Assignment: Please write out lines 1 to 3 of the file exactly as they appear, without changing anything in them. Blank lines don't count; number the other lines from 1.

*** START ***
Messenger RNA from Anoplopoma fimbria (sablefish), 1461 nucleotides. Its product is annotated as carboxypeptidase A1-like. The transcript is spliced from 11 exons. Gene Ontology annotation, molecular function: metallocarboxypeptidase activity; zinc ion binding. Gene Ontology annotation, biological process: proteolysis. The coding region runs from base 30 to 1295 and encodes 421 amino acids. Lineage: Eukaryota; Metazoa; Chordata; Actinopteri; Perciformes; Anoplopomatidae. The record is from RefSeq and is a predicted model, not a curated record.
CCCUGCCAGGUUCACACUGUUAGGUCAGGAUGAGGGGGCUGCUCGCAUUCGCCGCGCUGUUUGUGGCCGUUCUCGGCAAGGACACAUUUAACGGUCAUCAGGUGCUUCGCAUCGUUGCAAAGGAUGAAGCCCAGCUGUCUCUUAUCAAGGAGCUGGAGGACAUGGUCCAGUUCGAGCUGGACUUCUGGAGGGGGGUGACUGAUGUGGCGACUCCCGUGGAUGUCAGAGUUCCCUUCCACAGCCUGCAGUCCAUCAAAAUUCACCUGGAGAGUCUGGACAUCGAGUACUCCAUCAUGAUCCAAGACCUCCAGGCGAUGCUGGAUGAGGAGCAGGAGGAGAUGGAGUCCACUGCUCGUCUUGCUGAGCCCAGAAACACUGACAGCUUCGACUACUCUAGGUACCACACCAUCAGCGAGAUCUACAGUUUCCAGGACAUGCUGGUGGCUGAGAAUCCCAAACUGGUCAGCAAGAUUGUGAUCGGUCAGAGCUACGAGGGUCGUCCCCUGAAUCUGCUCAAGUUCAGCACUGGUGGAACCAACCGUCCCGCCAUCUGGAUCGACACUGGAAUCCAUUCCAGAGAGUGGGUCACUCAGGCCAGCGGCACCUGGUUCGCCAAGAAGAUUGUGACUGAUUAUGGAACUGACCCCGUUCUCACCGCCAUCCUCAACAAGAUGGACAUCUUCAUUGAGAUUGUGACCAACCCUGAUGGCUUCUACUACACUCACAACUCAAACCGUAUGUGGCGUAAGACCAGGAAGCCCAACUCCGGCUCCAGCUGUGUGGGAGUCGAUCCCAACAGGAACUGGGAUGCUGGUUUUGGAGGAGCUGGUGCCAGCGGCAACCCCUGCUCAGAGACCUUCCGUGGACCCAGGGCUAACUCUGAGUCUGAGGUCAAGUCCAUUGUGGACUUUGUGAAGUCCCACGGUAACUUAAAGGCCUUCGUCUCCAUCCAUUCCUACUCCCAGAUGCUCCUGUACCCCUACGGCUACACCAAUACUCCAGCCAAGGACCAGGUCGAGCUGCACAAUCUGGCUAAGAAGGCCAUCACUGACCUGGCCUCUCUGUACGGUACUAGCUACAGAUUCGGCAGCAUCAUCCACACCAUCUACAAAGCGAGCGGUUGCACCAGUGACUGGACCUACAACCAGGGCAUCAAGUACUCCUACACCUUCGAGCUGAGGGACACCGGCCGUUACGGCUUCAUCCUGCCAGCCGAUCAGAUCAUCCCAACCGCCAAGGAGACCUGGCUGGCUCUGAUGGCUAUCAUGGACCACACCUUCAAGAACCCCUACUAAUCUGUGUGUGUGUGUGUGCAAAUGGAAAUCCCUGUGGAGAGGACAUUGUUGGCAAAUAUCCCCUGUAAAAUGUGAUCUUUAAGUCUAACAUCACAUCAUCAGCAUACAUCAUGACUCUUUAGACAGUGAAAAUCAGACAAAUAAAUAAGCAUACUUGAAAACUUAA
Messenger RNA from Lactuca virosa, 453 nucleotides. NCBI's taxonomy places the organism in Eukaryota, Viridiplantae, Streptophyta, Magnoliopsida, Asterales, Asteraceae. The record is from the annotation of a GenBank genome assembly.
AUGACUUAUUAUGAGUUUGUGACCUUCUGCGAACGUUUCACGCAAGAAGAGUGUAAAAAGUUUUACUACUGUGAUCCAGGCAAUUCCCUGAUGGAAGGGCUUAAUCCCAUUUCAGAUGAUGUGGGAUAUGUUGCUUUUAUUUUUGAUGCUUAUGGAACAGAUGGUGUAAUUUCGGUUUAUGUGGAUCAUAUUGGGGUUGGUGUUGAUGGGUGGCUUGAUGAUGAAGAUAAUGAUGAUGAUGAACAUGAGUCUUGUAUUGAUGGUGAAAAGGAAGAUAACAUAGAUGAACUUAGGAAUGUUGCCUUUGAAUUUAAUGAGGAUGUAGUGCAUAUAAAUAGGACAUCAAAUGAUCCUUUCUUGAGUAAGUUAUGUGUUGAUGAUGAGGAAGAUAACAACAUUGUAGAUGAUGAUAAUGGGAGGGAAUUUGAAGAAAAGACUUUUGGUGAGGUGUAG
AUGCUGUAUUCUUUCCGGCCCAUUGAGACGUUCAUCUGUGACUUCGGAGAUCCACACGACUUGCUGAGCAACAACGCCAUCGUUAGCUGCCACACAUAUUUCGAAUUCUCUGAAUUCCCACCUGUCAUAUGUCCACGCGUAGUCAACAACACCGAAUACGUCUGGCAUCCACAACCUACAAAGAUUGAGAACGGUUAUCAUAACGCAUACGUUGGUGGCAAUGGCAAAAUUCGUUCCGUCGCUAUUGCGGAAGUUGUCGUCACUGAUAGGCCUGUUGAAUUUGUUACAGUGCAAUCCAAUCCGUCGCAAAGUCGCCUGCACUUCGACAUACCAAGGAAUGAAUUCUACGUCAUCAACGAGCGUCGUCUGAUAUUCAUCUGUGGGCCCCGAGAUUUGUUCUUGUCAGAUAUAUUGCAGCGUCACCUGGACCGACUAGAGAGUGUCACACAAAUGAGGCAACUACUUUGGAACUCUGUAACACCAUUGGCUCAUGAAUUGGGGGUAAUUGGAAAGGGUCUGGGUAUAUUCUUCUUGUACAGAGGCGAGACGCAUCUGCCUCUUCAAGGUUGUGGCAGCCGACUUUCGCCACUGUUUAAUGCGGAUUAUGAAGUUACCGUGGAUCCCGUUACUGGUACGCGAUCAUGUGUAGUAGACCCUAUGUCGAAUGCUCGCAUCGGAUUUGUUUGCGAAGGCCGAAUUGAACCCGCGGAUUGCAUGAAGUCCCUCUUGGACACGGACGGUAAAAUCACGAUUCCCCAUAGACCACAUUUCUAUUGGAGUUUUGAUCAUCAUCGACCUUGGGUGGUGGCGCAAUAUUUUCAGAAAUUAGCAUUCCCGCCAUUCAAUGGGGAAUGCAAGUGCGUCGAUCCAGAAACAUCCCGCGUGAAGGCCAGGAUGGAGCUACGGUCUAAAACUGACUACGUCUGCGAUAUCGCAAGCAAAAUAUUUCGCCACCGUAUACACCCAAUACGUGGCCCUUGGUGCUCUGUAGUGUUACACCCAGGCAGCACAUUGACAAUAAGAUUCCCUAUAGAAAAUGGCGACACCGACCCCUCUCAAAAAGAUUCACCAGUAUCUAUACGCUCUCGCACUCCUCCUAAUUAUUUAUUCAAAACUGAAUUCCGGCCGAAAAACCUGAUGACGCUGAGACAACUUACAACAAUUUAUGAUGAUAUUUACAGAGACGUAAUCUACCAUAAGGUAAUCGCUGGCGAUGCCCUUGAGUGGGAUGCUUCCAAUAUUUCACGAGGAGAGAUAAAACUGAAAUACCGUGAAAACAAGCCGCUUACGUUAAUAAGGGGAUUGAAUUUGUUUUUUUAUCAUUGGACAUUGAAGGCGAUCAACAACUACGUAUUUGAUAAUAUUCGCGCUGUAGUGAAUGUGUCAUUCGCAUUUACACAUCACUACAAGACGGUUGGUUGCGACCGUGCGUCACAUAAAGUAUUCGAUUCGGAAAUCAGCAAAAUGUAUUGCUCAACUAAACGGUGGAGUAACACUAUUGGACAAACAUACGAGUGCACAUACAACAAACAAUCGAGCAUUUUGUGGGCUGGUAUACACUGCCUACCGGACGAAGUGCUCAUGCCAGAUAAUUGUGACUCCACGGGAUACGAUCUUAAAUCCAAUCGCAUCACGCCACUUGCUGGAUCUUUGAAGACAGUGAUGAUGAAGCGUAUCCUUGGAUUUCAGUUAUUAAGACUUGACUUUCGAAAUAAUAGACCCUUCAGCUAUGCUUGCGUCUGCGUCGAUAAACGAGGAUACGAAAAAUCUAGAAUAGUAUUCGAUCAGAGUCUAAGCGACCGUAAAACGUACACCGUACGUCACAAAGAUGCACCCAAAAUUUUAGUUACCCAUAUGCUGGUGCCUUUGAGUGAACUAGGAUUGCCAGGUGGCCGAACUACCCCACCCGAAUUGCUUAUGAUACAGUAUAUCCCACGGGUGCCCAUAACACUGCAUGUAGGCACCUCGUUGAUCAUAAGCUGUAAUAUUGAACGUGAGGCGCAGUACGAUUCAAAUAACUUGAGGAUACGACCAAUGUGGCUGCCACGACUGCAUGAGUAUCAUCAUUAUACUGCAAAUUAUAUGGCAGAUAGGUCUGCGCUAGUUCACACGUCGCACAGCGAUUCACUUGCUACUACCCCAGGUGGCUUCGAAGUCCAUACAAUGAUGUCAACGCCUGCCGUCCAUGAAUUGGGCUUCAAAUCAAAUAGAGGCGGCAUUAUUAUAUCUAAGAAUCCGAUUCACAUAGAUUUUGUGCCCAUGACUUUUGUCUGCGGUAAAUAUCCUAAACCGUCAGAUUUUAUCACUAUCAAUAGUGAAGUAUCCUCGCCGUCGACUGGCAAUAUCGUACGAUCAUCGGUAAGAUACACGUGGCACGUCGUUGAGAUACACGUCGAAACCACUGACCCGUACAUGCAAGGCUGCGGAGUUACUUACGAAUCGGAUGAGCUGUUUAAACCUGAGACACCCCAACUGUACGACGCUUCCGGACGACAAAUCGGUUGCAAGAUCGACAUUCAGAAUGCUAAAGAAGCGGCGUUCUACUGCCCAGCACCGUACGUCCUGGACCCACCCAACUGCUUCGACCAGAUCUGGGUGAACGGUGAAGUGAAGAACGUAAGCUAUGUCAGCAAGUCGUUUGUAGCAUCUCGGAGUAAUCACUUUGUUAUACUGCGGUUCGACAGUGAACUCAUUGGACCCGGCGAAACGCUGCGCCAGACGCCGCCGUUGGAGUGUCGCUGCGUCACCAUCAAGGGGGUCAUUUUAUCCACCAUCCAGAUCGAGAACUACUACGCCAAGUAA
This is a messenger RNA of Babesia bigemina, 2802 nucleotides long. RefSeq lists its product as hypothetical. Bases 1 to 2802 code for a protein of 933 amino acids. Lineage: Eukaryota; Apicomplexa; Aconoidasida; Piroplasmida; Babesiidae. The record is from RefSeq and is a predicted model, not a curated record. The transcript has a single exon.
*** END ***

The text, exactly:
Messenger RNA from Anoplopoma fimbria (sablefish), 1461 nucleotides. Its product is annotated as carboxypeptidase A1-like. The transcript is spliced from 11 exons. Gene Ontology annotation, molecular function: metallocarboxypeptidase activity; zinc ion binding. Gene Ontology annotation, biological process: proteolysis. The coding region runs from base 30 to 1295 and encodes 421 amino acids. Lineage: Eukaryota; Metazoa; Chordata; Actinopteri; Perciformes; Anoplopomatidae. The record is from RefSeq and is a predicted model, not a curated record.
CCCUGCCAGGUUCACACUGUUAGGUCAGGAUGAGGGGGCUGCUCGCAUUCGCCGCGCUGUUUGUGGCCGUUCUCGGCAAGGACACAUUUAACGGUCAUCAGGUGCUUCGCAUCGUUGCAAAGGAUGAAGCCCAGCUGUCUCUUAUCAAGGAGCUGGAGGACAUGGUCCAGUUCGAGCUGGACUUCUGGAGGGGGGUGACUGAUGUGGCGACUCCCGUGGAUGUCAGAGUUCCCUUCCACAGCCUGCAGUCCAUCAAAAUUCACCUGGAGAGUCUGGACAUCGAGUACUCCAUCAUGAUCCAAGACCUCCAGGCGAUGCUGGAUGAGGAGCAGGAGGAGAUGGAGUCCACUGCUCGUCUUGCUGAGCCCAGAAACACUGACAGCUUCGACUACUCUAGGUACCACACCAUCAGCGAGAUCUACAGUUUCCAGGACAUGCUGGUGGCUGAGAAUCCCAAACUGGUCAGCAAGAUUGUGAUCGGUCAGAGCUACGAGGGUCGUCCCCUGAAUCUGCUCAAGUUCAGCACUGGUGGAACCAACCGUCCCGCCAUCUGGAUCGACACUGGAAUCCAUUCCAGAGAGUGGGUCACUCAGGCCAGCGGCACCUGGUUCGCCAAGAAGAUUGUGACUGAUUAUGGAACUGACCCCGUUCUCACCGCCAUCCUCAACAAGAUGGACAUCUUCAUUGAGAUUGUGACCAACCCUGAUGGCUUCUACUACACUCACAACUCAAACCGUAUGUGGCGUAAGACCAGGAAGCCCAACUCCGGCUCCAGCUGUGUGGGAGUCGAUCCCAACAGGAACUGGGAUGCUGGUUUUGGAGGAGCUGGUGCCAGCGGCAACCCCUGCUCAGAGACCUUCCGUGGACCCAGGGCUAACUCUGAGUCUGAGGUCAAGUCCAUUGUGGACUUUGUGAAGUCCCACGGUAACUUAAAGGCCUUCGUCUCCAUCCAUUCCUACUCCCAGAUGCUCCUGUACCCCUACGGCUACACCAAUACUCCAGCCAAGGACCAGGUCGAGCUGCACAAUCUGGCUAAGAAGGCCAUCACUGACCUGGCCUCUCUGUACGGUACUAGCUACAGAUUCGGCAGCAUCAUCCACACCAUCUACAAAGCGAGCGGUUGCACCAGUGACUGGACCUACAACCAGGGCAUCAAGUACUCCUACACCUUCGAGCUGAGGGACACCGGCCGUUACGGCUUCAUCCUGCCAGCCGAUCAGAUCAUCCCAACCGCCAAGGAGACCUGGCUGGCUCUGAUGGCUAUCAUGGACCACACCUUCAAGAACCCCUACUAAUCUGUGUGUGUGUGUGUGCAAAUGGAAAUCCCUGUGGAGAGGACAUUGUUGGCAAAUAUCCCCUGUAAAAUGUGAUCUUUAAGUCUAACAUCACAUCAUCAGCAUACAUCAUGACUCUUUAGACAGUGAAAAUCAGACAAAUAAAUAAGCAUACUUGAAAACUUAA
Messenger RNA from Lactuca virosa, 453 nucleotides. NCBI's taxonomy places the organism in Eukaryota, Viridiplantae, Streptophyta, Magnoliopsida, Asterales, Asteraceae. The record is from the annotation of a GenBank genome assembly.